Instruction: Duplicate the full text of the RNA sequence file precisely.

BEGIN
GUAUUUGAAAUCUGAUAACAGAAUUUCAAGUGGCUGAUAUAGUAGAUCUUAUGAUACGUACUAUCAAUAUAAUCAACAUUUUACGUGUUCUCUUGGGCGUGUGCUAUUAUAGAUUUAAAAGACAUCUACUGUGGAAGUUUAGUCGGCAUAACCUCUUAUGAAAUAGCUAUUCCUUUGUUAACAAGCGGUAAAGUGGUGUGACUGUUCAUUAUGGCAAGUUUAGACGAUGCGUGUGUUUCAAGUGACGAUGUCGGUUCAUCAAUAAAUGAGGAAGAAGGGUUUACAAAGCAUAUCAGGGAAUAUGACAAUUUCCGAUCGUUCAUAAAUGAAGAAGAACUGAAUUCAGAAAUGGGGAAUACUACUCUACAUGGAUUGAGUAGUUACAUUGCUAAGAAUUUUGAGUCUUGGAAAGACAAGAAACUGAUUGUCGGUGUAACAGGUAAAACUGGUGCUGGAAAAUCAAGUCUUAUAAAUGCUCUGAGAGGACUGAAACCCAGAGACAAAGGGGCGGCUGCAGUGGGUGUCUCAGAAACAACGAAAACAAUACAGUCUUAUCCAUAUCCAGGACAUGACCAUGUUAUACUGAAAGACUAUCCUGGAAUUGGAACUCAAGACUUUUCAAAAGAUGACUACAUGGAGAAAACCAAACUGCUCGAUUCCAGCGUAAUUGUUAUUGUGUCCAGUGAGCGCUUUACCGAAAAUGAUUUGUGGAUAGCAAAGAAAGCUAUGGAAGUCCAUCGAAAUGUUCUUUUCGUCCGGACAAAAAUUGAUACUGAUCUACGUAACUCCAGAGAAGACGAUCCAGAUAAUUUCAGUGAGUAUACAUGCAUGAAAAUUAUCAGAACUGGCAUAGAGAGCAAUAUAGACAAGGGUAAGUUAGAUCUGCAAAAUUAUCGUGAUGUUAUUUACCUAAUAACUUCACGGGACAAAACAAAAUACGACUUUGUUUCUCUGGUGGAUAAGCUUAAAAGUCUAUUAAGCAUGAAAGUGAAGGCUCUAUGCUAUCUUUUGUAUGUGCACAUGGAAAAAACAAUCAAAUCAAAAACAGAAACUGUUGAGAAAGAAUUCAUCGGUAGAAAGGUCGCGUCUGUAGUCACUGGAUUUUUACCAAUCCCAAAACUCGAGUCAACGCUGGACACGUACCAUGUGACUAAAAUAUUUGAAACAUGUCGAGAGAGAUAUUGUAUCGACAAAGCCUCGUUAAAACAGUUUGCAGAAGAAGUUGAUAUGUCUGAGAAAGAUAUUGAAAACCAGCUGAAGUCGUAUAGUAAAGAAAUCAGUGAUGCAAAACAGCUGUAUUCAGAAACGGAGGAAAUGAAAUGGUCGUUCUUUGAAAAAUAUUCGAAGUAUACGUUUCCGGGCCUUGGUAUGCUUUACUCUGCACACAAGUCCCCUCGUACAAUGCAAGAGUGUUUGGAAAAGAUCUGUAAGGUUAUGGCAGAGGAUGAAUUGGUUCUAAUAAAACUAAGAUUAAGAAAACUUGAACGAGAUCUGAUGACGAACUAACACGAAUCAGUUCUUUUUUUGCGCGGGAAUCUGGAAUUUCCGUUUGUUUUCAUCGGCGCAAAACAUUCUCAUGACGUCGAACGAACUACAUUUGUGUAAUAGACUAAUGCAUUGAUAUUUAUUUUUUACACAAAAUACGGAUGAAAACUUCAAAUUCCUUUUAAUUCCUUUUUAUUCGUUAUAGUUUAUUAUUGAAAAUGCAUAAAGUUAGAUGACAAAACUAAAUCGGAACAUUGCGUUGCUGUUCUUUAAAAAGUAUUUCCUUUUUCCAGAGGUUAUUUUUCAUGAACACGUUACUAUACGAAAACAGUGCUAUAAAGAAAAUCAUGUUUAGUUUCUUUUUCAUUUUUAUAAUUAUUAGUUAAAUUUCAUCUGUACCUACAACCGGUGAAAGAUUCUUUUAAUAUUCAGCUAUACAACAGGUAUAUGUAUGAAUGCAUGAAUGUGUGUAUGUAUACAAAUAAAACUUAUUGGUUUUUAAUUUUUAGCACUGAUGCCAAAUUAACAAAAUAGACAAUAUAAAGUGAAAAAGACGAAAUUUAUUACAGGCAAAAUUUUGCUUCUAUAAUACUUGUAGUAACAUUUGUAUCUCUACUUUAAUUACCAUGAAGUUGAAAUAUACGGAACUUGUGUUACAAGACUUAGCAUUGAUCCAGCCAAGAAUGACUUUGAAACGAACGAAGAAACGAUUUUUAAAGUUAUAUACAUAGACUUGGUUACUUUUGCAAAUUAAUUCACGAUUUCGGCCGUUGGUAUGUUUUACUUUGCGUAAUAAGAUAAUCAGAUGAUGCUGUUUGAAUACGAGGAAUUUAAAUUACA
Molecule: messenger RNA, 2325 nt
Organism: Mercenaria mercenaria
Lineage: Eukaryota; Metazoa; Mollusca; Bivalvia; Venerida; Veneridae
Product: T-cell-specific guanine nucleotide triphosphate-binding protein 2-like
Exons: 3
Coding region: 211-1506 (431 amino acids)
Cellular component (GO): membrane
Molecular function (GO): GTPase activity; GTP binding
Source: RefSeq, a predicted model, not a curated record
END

GUAUUUGAAAUCUGAUAACAGAAUUUCAAGUGGCUGAUAUAGUAGAUCUUAUGAUACGUACUAUCAAUAUAAUCAACAUUUUACGUGUUCUCUUGGGCGUGUGCUAUUAUAGAUUUAAAAGACAUCUACUGUGGAAGUUUAGUCGGCAUAACCUCUUAUGAAAUAGCUAUUCCUUUGUUAACAAGCGGUAAAGUGGUGUGACUGUUCAUUAUGGCAAGUUUAGACGAUGCGUGUGUUUCAAGUGACGAUGUCGGUUCAUCAAUAAAUGAGGAAGAAGGGUUUACAAAGCAUAUCAGGGAAUAUGACAAUUUCCGAUCGUUCAUAAAUGAAGAAGAACUGAAUUCAGAAAUGGGGAAUACUACUCUACAUGGAUUGAGUAGUUACAUUGCUAAGAAUUUUGAGUCUUGGAAAGACAAGAAACUGAUUGUCGGUGUAACAGGUAAAACUGGUGCUGGAAAAUCAAGUCUUAUAAAUGCUCUGAGAGGACUGAAACCCAGAGACAAAGGGGCGGCUGCAGUGGGUGUCUCAGAAACAACGAAAACAAUACAGUCUUAUCCAUAUCCAGGACAUGACCAUGUUAUACUGAAAGACUAUCCUGGAAUUGGAACUCAAGACUUUUCAAAAGAUGACUACAUGGAGAAAACCAAACUGCUCGAUUCCAGCGUAAUUGUUAUUGUGUCCAGUGAGCGCUUUACCGAAAAUGAUUUGUGGAUAGCAAAGAAAGCUAUGGAAGUCCAUCGAAAUGUUCUUUUCGUCCGGACAAAAAUUGAUACUGAUCUACGUAACUCCAGAGAAGACGAUCCAGAUAAUUUCAGUGAGUAUACAUGCAUGAAAAUUAUCAGAACUGGCAUAGAGAGCAAUAUAGACAAGGGUAAGUUAGAUCUGCAAAAUUAUCGUGAUGUUAUUUACCUAAUAACUUCACGGGACAAAACAAAAUACGACUUUGUUUCUCUGGUGGAUAAGCUUAAAAGUCUAUUAAGCAUGAAAGUGAAGGCUCUAUGCUAUCUUUUGUAUGUGCACAUGGAAAAAACAAUCAAAUCAAAAACAGAAACUGUUGAGAAAGAAUUCAUCGGUAGAAAGGUCGCGUCUGUAGUCACUGGAUUUUUACCAAUCCCAAAACUCGAGUCAACGCUGGACACGUACCAUGUGACUAAAAUAUUUGAAACAUGUCGAGAGAGAUAUUGUAUCGACAAAGCCUCGUUAAAACAGUUUGCAGAAGAAGUUGAUAUGUCUGAGAAAGAUAUUGAAAACCAGCUGAAGUCGUAUAGUAAAGAAAUCAGUGAUGCAAAACAGCUGUAUUCAGAAACGGAGGAAAUGAAAUGGUCGUUCUUUGAAAAAUAUUCGAAGUAUACGUUUCCGGGCCUUGGUAUGCUUUACUCUGCACACAAGUCCCCUCGUACAAUGCAAGAGUGUUUGGAAAAGAUCUGUAAGGUUAUGGCAGAGGAUGAAUUGGUUCUAAUAAAACUAAGAUUAAGAAAACUUGAACGAGAUCUGAUGACGAACUAACACGAAUCAGUUCUUUUUUUGCGCGGGAAUCUGGAAUUUCCGUUUGUUUUCAUCGGCGCAAAACAUUCUCAUGACGUCGAACGAACUACAUUUGUGUAAUAGACUAAUGCAUUGAUAUUUAUUUUUUACACAAAAUACGGAUGAAAACUUCAAAUUCCUUUUAAUUCCUUUUUAUUCGUUAUAGUUUAUUAUUGAAAAUGCAUAAAGUUAGAUGACAAAACUAAAUCGGAACAUUGCGUUGCUGUUCUUUAAAAAGUAUUUCCUUUUUCCAGAGGUUAUUUUUCAUGAACACGUUACUAUACGAAAACAGUGCUAUAAAGAAAAUCAUGUUUAGUUUCUUUUUCAUUUUUAUAAUUAUUAGUUAAAUUUCAUCUGUACCUACAACCGGUGAAAGAUUCUUUUAAUAUUCAGCUAUACAACAGGUAUAUGUAUGAAUGCAUGAAUGUGUGUAUGUAUACAAAUAAAACUUAUUGGUUUUUAAUUUUUAGCACUGAUGCCAAAUUAACAAAAUAGACAAUAUAAAGUGAAAAAGACGAAAUUUAUUACAGGCAAAAUUUUGCUUCUAUAAUACUUGUAGUAACAUUUGUAUCUCUACUUUAAUUACCAUGAAGUUGAAAUAUACGGAACUUGUGUUACAAGACUUAGCAUUGAUCCAGCCAAGAAUGACUUUGAAACGAACGAAGAAACGAUUUUUAAAGUUAUAUACAUAGACUUGGUUACUUUUGCAAAUUAAUUCACGAUUUCGGCCGUUGGUAUGUUUUACUUUGCGUAAUAAGAUAAUCAGAUGAUGCUGUUUGAAUACGAGGAAUUUAAAUUACA
Molecule: messenger RNA, 2325 nt
Organism: Mercenaria mercenaria
Lineage: Eukaryota; Metazoa; Mollusca; Bivalvia; Venerida; Veneridae
Product: T-cell-specific guanine nucleotide triphosphate-binding protein 2-like
Exons: 3
Coding region: 211-1506 (431 amino acids)
Cellular component (GO): membrane
Molecular function (GO): GTPase activity; GTP binding
Source: RefSeq, a predicted model, not a curated record